Our value proposition is to be a total solutions provider for all customer requirements
In a value-addition to what we provide, we genuinely care for our customers. There is a continuous focus in our company to improve aftermarket metrics and we keep on investing in that. We are very conscious of the fact that we need to support the customer with a well- trained service team which can meet customer requirements, says Cavas Dumasia, Vice President - Marketing & Sales, Godrej Material Handling. Excerpts from the interview.

How do you assess the market potential for access equipment?
Access equipment is a very nascent market in India. It has just started off a few years ago, and so far, had minimum unit sales in India. But the trend is changing; as people are becoming more aware and customers becoming more safety and productivity conscious, the sale of access equipment is on the rise. We will see more of this equipment getting adopted for use in the Indian industry, especially in construction industry for maintenance activities. Given the simple fact that safety and efficiency provided by access equipment is unparalleled, I firmly believe the market will grow exponentially in times to come.

Do we have the right kind of rules and regulation to support the growth?
Rules and regulation are there; specs and standards are there; I think the question is about implementation. For example, it is accepted throughout the globe that if a load is over 25 kg, it cannot be handled by humans manually. We need to use a machine to lift it. Have you seen it implemented anywhere in the country? Or take the example of forklifts; in a country like ours we should have put to use minimum 4-5 times more units than are actually at work. So the question is, how you implement the given rules and regulations.

Godrej is a new entrant in the access equipment market. How do you rate your success so far?
We have recently forayed into the access equipment market, and we have a long way to go. We have been a major player in material handling equipment; we know the market well, and we are quite serious, too. All the steps we have been taking is in the direction to become a strong player in the access equipment market.

Is there any plan to manufacture access equipment range here?
Not immediately. Of course, we have bigger plans, once the volume justifies the production, we will step in with a manufacturing facility. We are looking at the economics and I am sure things could become economically viable within a short span of time.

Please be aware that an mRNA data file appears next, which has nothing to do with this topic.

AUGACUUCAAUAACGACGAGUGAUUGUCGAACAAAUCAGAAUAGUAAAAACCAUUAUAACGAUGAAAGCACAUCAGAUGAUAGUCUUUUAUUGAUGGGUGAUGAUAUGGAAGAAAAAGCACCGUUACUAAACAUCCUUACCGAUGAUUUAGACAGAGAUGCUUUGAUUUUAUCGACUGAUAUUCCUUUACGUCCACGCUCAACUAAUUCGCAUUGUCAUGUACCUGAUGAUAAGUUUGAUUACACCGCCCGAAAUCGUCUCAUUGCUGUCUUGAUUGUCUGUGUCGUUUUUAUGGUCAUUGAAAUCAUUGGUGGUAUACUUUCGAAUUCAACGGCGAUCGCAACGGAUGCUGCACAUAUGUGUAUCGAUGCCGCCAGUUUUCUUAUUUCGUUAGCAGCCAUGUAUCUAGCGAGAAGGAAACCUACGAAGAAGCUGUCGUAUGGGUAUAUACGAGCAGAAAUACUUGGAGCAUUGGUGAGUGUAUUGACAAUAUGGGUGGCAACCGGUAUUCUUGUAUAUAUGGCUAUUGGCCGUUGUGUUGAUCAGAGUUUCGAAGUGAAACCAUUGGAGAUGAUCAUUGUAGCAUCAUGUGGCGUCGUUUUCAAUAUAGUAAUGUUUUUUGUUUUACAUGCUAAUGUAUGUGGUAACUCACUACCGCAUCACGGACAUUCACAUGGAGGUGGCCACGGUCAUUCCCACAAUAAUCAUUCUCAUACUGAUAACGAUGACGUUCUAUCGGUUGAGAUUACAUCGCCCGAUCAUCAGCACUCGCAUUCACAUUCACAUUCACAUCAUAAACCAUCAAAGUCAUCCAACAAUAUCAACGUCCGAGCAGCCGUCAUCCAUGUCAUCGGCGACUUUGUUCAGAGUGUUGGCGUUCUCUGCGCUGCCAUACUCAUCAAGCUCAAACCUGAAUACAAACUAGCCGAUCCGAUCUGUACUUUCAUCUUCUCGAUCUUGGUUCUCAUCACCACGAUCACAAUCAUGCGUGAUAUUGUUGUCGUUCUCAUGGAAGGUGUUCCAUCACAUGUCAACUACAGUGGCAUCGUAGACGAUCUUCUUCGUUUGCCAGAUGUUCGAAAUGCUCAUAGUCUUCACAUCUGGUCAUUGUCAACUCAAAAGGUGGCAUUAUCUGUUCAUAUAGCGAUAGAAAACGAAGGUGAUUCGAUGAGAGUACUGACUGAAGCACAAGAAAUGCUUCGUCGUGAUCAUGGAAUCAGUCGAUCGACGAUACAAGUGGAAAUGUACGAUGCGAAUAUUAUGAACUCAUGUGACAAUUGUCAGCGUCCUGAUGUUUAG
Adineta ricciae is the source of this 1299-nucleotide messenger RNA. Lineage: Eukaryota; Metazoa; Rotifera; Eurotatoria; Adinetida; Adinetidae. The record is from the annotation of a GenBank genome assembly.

What is the market potential for telehandlers?
I must say, it is enormous. But the issues are lack of awareness and the initial cost of telehandlers compared to the conventional pick-n-carry cranes the industry is familiar with. Telehandlers are much more productive, as they are multipurpose machines and can do the job of almost four different machines; more efficient, and safer than pick-n-carry cranes. Unfortunately, the industry has not accepted the same. But at the same time, I must say what the acceptance level three years ago and the kind of adaptation that is taking place now, is quite promising. We see a positive trend. As people start to appreciate its value, growth is sure to follow.

What are the major trends in forklifts?
In forklifts, people are moving towards cleaner machines and as the norms keep going up, we have cleaner diesel engine products. We are now seeing a bigger movement towards electric battery- operated equipment which is more environment-friendly, provide more value for money and a better cost profile, in terms of total cost of ownership. The way diesel prices are going up, in the next few months, battery-operated forklifts will be competitive. On the other side, there are lots of intelligent electronics being used in forklifts like remote diagnostics. We are proud to say that we are one of the pioneers of this trend in India.

How do you view the changing trends in palletisation?
Palletisation is the single most important factor which will push the demand for products like forklifts. Introduction of GST can play a vital role here. More than 90 per cent of warehouses in India are less than 20,000 sq ft in size. With GST coming in, warehouses will consolidate and it becomes imperative that you need to automate and use more material handling equipment to get productivity benefits.

Will the proposed FDI in retail give a boost to the industry growth?
Yes, of course. Organised retail is just 8-9 per cent today. If FDI in retail happens, organised retail will increase and you will see more palletisation happening. If one large company comes and palletises, it has a multiplier effect; what happens is, their suppliers need to palletise and front end companies need to do the same.